LOCAL author, Jan Carson, admits she was delighed that a few ‘pure Ballymena’ accents were part and parcel of a recent radio dramatisation of her latest book ‘The Last Resort’.
The book, due out on April 1, is a series of 10 interlinked stories set in a caravan on the north Antrim coast.
The stories were commissioned by BBC Radio 4 and combine Jan's dark sense of humour and social observation.
They’ve been described as charming, eye-opening and sometimes painfully sad as we see each tenant of the caravan park struggle with their own private dramas.
The Last Resort observes the dynamics and diversity of the Ireland we live in today, with Jan exploring complex family dynamics, ageing, immigration, gender politics, the decline of the Church and the legacy of the Troubles throughout the stories.
Jan wrote short stories on the back of postcards for one of her last short story collections.
During the pandemic, she began this practice again, and sent stories to isolated members of the community.
Through this, she has struck up a friendship with an elderly man, living and isolating alone in Belfast. These stories eventually became The Last Resort, making him the first reader.
Jan says: “The ten part short story series, The Last Resort, ran fon BBC Radio 4.
“I’m probably more proud of this wee series than anything I’ve turned my hand to before. It was not the easiest thing to write.
“All ten stories were written in less than eight weeks, at the height of Lockdown, in isolation, very far from the coast.
“I was extremely grateful to receive inspirational help from a bunch of wonderful artists who posted me hand drawn pictures of the caravan park I was writing about.
“I don’t think Seacliff (the fictional park) would ever have come to life in my head, if I hadn’t mapped it out on my dining room wall.
“Once I’d finished writing, Michael Shannon, (producer extraordinaire), bust a gut, under less than ideal circumstances, editing, tweaking, sourcing the most amazing crew of Northern Irish actors and recording in-studio, with strict social distancing measures in place.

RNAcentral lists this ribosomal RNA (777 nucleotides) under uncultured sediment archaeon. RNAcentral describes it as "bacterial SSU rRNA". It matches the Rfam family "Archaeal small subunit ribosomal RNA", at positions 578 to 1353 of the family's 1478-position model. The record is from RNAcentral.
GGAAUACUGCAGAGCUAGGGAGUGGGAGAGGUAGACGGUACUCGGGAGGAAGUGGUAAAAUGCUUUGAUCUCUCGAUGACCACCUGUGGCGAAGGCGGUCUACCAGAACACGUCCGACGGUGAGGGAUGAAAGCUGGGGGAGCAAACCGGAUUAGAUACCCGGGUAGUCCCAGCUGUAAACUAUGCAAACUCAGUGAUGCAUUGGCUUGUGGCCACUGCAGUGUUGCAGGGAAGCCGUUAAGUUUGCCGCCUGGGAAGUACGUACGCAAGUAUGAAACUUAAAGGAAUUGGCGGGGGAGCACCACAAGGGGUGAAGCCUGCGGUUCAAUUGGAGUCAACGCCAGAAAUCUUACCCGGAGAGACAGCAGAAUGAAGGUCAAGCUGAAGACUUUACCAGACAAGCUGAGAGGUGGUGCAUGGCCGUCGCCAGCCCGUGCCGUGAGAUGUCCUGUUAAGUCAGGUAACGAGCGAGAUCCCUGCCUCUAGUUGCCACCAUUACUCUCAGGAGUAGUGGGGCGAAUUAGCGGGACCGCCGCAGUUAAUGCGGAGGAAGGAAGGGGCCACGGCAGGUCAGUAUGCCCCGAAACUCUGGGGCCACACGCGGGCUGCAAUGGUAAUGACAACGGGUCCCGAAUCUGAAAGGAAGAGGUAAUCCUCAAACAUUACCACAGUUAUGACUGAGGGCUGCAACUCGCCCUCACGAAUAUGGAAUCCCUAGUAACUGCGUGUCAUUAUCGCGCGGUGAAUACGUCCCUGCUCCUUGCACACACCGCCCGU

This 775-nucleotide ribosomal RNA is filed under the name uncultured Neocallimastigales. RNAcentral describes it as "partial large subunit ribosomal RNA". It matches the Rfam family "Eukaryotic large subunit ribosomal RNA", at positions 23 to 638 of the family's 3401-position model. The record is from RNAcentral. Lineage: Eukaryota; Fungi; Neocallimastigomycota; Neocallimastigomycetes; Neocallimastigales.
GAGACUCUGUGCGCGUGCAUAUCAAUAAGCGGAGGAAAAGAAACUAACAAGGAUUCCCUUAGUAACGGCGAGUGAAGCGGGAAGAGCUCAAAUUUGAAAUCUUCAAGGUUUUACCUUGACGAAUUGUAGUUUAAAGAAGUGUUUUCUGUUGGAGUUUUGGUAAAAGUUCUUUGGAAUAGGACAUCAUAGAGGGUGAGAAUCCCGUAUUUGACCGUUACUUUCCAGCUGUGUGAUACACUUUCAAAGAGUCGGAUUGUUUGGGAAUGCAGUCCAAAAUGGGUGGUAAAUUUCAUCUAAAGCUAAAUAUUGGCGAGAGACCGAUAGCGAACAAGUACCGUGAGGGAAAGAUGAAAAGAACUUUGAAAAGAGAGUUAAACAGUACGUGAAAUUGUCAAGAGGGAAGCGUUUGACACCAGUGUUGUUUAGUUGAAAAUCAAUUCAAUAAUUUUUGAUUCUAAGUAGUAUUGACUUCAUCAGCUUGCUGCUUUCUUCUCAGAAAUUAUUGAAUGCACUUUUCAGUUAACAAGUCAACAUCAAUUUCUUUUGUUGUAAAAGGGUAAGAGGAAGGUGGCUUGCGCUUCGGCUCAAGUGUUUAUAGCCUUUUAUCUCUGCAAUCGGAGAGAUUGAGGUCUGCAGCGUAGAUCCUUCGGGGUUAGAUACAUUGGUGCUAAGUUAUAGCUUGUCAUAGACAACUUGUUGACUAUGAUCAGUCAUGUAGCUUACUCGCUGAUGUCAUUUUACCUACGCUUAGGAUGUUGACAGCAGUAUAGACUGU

“I loved these stories before the actors got their hands on them. They’re little slices of the North coast I grew up with. I hope they’re familiar to a lot of you.
“They help me navigate the weirdest summer and feel a little less alone. When the final recordings came back, I was absolutely blown away by how the programmes had turned out.
“It’s a really humbling experience to sit back and listen to ten strangers take your ideas to a place where they seem richer, realer and a hell of a lot funnier, than they were inside your head. I think the actors made something truly remarkable out of these stories, and I want to make sure they get due credit for their creativity.
“These are all brilliant, talented and lovely to work with people. Please send lots of work their direction).
“Whilst it’s absolutely run of the mill, to watch or listen to UK-wide BBC programmes where every accent is an English accent, it is almost unheard of, to encounter a series which solely showcases Northern Irish talent. I’m particularly delighted to have brought a couple of pure Ballymena accents to the production.”
Jan Carson is a writer and community arts facilitator based in East Belfast.
Her debut novel Malcolm Orange Disappears and short story collection, Children’s Children, were published by Liberties Press, Dublin.
A micro-fiction collection, Postcard Stories was published by the Emma Press in 2017.
Jan’s novel The Fire Starters was published by Doubleday in April 2019 and subsequently won the EU Prize for Literature for Ireland 2019.
She has been shortlisted for the Sean O’Faolain Short Story Prize and in 2016 won the Harper’s Bazaar Short Story Prize.
The Sunday Times described her as 'One of the most exciting and original Northern Irish writers of her generation.’
Her work has appeared in journals such as Banshee, The Tangerine, Winter Papers and Harper’s Bazaar and on BBC Radio 3 and 4. In 2018 Jan was the Irish Writers Centre’s inaugural Roaming Writer in Residence on the trains of Ireland. She is the 2019 recipient of the Jack Harte Bursary. Jan has curated the CS Lewis Festival, the Hillsborough Festival of Literature and Ideas and the inaugural Belfast Lit Crawl.
She specialises in arts engagement with older and people living with Dementia and has received funding through Queen’s University Belfast to carry out a research project into the representation of Dementia in literature.
She has facilitated creative writing workshops for the University of Ulster, Irish Writers Centre, Dublin, John Hewitt Summer School, West Cork Literary Festival and many other universities, festivals and organisations.